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Does rub really matter on Pork Butt?


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I know everyone has their favorite rub, but do you think it matters that much?  I did two butts this weekend, both injected with apple/pineapple juice and smoked with some peach wood.  One was covered in Meat Church Honey Hog and the other in Cowtown Squeal.  Pretty different flavor profile between the two.  Although I have kept them separate, after pulling I am not sure you can tell the difference.    I am thinking on a butt there is so much meat and the rub touches so little of it, that once you pull, unless you are eating a piece of the park, it doesn't matter that much what rub get used.  Maybe if you were using a very spicy vs a super sweet it would matter.

 

Thoughts? 

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Butt are one of the most flexible cuts as far as what Rub you can use on them.  It really depends on the flavour you want.

 

I've totally lost count of the number of pulled pork Rub combinations that exist.

 

Cuban Pulled pork, Carolina Pulled pork, Cajun pulled pork, the list goes on forever.

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I use a spicy chilli rub on mine; I don't inject but rather spritz them with a spicy vinegar/hot sauce combo.  Lately I add a few roasted hatch chili peppers on top before I wrap them.  I used to toss additional rub on the pork after it was pulled, but don't anymore since I added the hatch chilis.

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12 minutes ago, rahrah12 said:

How long did you let the butt marinate with the rub on it - I wonder if you would notice it more the longer it sits prior to cooking...

I think the only diff would be the salt will penetrate deeper if you let it sit a while. The salt in theory should assist in moisture retention. I like to rub it down the night before, but if i dont have time no big deal.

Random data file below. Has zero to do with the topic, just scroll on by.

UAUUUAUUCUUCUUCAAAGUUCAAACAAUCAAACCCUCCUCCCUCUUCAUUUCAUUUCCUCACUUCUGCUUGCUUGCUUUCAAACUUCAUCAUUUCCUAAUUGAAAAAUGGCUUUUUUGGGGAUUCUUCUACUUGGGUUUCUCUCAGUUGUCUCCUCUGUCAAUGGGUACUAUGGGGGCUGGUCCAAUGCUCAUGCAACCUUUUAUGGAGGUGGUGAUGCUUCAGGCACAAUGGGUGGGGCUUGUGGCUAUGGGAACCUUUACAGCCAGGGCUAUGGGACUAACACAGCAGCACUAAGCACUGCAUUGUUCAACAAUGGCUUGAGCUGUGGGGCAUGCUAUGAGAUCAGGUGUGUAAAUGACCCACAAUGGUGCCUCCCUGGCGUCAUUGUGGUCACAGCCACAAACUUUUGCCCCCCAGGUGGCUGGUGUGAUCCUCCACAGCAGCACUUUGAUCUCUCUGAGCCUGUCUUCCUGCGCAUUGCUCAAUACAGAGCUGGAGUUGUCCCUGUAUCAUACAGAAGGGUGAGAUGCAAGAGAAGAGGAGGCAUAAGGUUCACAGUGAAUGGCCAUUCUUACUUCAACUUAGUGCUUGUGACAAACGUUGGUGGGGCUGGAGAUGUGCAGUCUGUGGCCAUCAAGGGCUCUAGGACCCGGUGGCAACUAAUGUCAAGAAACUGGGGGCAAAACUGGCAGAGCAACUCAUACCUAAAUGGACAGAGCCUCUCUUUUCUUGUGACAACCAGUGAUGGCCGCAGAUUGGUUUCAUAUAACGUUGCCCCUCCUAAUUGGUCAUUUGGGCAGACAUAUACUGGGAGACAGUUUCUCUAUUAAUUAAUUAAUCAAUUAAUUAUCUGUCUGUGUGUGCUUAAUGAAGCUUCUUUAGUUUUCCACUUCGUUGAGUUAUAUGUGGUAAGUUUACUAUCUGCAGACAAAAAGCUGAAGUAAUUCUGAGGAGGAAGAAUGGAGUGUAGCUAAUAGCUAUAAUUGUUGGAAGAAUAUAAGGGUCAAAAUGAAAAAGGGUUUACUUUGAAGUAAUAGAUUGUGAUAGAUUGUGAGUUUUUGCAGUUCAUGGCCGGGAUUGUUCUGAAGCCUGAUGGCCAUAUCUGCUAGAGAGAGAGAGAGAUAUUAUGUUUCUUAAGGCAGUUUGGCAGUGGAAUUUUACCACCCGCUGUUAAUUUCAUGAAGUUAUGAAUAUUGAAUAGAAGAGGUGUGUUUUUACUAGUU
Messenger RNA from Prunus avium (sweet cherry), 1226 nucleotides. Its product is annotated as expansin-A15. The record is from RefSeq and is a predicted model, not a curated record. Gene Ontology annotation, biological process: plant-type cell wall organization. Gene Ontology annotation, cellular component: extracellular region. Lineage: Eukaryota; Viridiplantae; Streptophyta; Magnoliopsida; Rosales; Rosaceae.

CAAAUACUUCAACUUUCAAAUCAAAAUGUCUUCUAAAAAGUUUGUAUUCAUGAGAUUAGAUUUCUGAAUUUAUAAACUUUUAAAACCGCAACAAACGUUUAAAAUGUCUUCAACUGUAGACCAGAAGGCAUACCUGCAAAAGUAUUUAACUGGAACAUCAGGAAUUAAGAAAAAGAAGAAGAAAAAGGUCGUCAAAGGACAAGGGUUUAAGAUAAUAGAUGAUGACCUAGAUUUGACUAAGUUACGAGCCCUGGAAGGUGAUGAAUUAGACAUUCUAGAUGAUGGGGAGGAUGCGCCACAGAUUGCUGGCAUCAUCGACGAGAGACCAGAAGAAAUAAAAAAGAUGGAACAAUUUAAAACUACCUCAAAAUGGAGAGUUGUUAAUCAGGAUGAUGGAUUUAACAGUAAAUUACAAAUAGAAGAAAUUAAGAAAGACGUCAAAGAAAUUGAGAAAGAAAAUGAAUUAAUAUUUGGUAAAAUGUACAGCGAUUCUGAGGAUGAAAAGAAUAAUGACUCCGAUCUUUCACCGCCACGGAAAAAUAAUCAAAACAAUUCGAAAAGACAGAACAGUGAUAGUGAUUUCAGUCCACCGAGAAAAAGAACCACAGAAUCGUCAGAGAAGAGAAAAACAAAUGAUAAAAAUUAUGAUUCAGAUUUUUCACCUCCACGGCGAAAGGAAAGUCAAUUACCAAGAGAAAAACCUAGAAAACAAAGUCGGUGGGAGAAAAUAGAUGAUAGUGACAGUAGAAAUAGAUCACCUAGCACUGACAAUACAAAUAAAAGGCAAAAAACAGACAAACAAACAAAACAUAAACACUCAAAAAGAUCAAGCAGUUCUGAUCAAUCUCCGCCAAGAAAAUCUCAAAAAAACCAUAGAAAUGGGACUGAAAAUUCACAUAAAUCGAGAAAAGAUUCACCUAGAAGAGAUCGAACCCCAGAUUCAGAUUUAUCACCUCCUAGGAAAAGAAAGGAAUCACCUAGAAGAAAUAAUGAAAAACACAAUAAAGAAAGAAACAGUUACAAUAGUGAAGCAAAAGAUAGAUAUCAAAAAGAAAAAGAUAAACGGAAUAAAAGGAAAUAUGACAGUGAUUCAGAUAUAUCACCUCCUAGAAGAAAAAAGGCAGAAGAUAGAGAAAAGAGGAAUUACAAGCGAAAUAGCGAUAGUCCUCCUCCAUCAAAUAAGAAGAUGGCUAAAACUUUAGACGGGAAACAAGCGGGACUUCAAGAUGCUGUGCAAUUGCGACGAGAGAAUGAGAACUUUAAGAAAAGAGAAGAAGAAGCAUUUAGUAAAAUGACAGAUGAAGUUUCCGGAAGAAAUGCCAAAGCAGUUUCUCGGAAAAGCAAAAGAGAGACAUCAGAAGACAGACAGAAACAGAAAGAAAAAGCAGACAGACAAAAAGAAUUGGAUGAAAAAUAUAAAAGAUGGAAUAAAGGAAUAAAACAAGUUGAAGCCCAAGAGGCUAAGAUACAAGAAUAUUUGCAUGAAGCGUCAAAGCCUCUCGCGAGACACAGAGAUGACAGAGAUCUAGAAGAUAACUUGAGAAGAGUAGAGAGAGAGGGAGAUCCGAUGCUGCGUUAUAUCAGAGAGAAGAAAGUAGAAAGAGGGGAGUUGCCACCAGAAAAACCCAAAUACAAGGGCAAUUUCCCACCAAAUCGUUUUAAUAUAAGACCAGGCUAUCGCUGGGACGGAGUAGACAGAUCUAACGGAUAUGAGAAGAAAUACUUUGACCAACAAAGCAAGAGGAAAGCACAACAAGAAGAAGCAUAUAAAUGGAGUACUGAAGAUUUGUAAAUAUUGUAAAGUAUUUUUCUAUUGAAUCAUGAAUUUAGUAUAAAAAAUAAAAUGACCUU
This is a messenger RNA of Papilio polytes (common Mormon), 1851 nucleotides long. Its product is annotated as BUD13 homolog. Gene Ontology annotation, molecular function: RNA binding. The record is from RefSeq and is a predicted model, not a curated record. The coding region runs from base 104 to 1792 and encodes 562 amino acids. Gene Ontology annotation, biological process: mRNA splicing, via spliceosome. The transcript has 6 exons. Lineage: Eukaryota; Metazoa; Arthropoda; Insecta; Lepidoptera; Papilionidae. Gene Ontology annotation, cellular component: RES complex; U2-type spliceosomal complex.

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I wouldn't recommend not seasoning your pork. You would probably notice if it didn't have any salt!!  Anyway, yes the surface area proportional to the volume of meat is smaller on a butt than most other cuts- but that is why I season more aggressively than say, ribs. I use a fairly simple rub of salt, pepper, garlic powder, paprika, a little mustard powder and a touch of cinnamon. After I mix that I add about half of that volume in brown sugar. I typically season and put it in the fridge overnight. 

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I've gotten into the habit of salting the meat separate from the rest of the rub as a way to monitor and control the total amount of salt used in the cook. Not for health reasons but simply to manage the overall saltiness.


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Generally speaking, most basic pork rubs are pretty similarly based. Some have more sugar than others, some are spicier, but they aren't that far off unless you get something exotic.

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I have not noticed an appreciable difference with injected butts as opposed to those not injected.  I'd agree the bark gives flavour when added to the PP it does not penetrate.  It's more of a surface treatment.

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The spice molecules are generally to large to enter more than the surface of the protein. Given the fact that protein expels when cooked (moisture and fats) spices are in for a fight. Application of spices the night before or a few hours before will help them adhere better and not fall off. After cooking when PB is pulled they mix well and can add to the flavor profile.
This has been my experience.


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Absolutely!  I tend to be a plain S&P kinda guy.  I have friends who like sweeter rubs (Brown Sugar).  I have friend who like spicy rubs (Cayenne Pepper).  While the rubs may not enter the actual protein, bark is always sought after here at ChezChef.  Further, injection is always appreciated by my guests.  As for me, I just like a S&P rub.  Always a winner.

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Funny, I don't do many pork butts unless I have a crowd to feed, but I've been thinking the same thing since I've got one in the freezer.  Usually the pulled pork is served with a sauce anyway, so that would be where flavor could be changed.  But I also usually cook in a vessel of some sort and save the juices, so mixing those seasoned juices back into the pulled meat makes all the difference.

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